UAH Theatre Program to Present: "The Laramie Project"

The Laramie Project

On the night of Oct. 6, 1998, a biker found the badly beaten body of Matthew Shepard, abandoned and tied to a cattle fence on the outskirts of Laramie. Shepard, a 21 year-old gay student attending The University of Wyoming would die six days after the brutal attack.

"The Laramie Project," an internationally successful play by Moisés Kaufman and the Tectonic Theater Project (based in New York city), will be performed by The University of Alabama in Huntsville (UAH) Theatre Program Nov. 4 -15, in the Wilson Hall Theatre. Specific show dates include Nov. 4-7, and Nov. 11-14, at 7 p.m., and Sundays, Nov. 8, and 15, at 2:30 p.m. General admission tickets are $15, UAH students free, and students from other schools and seniors $7.

Dr. Chad Allen Thomas, Assistant Professor of Shakespeare and dramatic literature in the English department at UAH, and Director of the Laramie Project, said the play is based on hundreds of interviews conducted by members of the Tectonic Theater Project. The play tells the true story of how a town reacts to the murder of Shepard, who was robbed, tortured and left to die because he was gay. The Wyoming community attempts to answer the question, "How could this happen in our town?"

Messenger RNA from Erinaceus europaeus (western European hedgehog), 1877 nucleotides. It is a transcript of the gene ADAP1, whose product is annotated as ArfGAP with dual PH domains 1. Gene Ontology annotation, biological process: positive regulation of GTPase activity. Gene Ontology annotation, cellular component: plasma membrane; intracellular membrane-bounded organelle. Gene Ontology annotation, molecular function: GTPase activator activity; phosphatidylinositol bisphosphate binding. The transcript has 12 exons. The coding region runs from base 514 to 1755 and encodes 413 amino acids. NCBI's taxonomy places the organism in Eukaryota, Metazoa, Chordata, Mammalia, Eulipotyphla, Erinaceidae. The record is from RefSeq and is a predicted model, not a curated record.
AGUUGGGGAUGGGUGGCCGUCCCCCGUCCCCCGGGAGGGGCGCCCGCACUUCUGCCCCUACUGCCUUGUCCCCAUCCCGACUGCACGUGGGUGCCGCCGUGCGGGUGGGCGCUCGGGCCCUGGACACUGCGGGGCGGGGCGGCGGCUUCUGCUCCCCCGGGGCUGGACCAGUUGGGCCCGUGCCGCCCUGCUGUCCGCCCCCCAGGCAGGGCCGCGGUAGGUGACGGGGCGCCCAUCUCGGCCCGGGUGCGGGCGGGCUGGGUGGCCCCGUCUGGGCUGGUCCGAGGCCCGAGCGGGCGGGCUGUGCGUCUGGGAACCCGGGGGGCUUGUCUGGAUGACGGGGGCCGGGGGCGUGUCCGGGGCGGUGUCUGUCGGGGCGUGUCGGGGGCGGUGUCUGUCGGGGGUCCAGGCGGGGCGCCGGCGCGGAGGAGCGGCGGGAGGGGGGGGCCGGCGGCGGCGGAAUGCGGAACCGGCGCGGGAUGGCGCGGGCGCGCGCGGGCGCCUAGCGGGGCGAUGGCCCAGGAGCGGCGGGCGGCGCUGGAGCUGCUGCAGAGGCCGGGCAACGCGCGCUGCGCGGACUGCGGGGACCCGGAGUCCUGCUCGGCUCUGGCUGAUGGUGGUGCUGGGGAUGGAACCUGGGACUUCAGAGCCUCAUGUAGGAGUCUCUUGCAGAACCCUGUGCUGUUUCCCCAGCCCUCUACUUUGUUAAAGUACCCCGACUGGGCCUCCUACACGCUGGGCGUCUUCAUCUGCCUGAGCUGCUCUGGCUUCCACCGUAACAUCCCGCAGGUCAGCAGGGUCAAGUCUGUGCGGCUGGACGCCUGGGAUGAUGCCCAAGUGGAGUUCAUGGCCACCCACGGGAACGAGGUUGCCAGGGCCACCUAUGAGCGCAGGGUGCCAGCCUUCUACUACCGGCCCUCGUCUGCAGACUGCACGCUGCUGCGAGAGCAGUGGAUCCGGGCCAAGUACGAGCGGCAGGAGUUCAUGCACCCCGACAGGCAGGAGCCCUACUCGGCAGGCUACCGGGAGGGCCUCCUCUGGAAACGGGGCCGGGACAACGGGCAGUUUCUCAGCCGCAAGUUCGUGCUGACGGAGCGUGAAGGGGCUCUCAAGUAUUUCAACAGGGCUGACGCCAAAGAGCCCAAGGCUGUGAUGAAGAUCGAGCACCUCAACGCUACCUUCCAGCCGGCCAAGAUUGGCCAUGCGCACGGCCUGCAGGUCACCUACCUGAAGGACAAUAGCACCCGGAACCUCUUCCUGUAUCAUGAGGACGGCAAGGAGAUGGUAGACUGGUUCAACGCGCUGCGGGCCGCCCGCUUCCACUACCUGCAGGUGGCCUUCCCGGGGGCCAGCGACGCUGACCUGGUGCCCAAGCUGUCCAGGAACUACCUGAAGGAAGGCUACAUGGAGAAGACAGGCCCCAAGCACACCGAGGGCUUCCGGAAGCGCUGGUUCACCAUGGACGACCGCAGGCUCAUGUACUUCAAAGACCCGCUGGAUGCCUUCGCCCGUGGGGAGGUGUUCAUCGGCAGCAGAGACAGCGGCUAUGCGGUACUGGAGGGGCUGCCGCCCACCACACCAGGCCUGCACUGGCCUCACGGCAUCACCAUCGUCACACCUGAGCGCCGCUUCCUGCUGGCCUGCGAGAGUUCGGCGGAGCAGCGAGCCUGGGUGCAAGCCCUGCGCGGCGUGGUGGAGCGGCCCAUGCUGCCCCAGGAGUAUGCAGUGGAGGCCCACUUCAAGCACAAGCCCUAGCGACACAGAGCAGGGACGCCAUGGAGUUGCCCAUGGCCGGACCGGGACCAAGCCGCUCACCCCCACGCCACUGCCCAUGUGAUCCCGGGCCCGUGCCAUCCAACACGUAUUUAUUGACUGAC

"The play is now sixteen years old, yet it explores themes that remain entirely relevant today, which is why I advocated for the production," said Thomas. "Our presentation offers meditations on the nature of community, on the effect of 'othering' (whether intentional or not), and most notably on the power of words to have a real impact in the world, both positively and negatively. Thus, The Laramie Project, which kicks off the 11th season of theatre at UAH, offers lessons for both audiences and actors.

"I am consistently inspired by our audiences' dedication to and our students' commitment in presenting productions that exemplify the very best traits of theatre: collaboration, artistry, and truth," continued Thomas. "To that end, our actors and creative team include UAH students, alumni, faculty, and staff, as well as our wonderful neighbors from the larger Huntsville community. You may have seen some of the actors in The Laramie Project in previous shows at UAH, while others have appeared in shows at a wide range of Huntsville theaters, and still others are making their debuts; knowing that they dedicated their time, energy, and emotion so fully and so generously to this project gives me confidence that the Theatre Program at UAH, under David Harwell's watchful eye, must be getting something right." Harwell is Associate Professor of Communication Arts and Director of the UAH Theatre Program.

Shepard's mother, Judy Shepard, spearheaded "The Matthew Shepard Act," which expanded the federal-hate crime law to include crimes based on gender and sexual orientation.

In 2009, she authored the New York Times best-selling book, The Meaning of Matthew: My Son's Murder in Laramie, and a World Transformed. And, earlier this year the documentary "Matt Shepard is a Friend of Mine," revisits Matthew's murder and provides a new look into his life.

 

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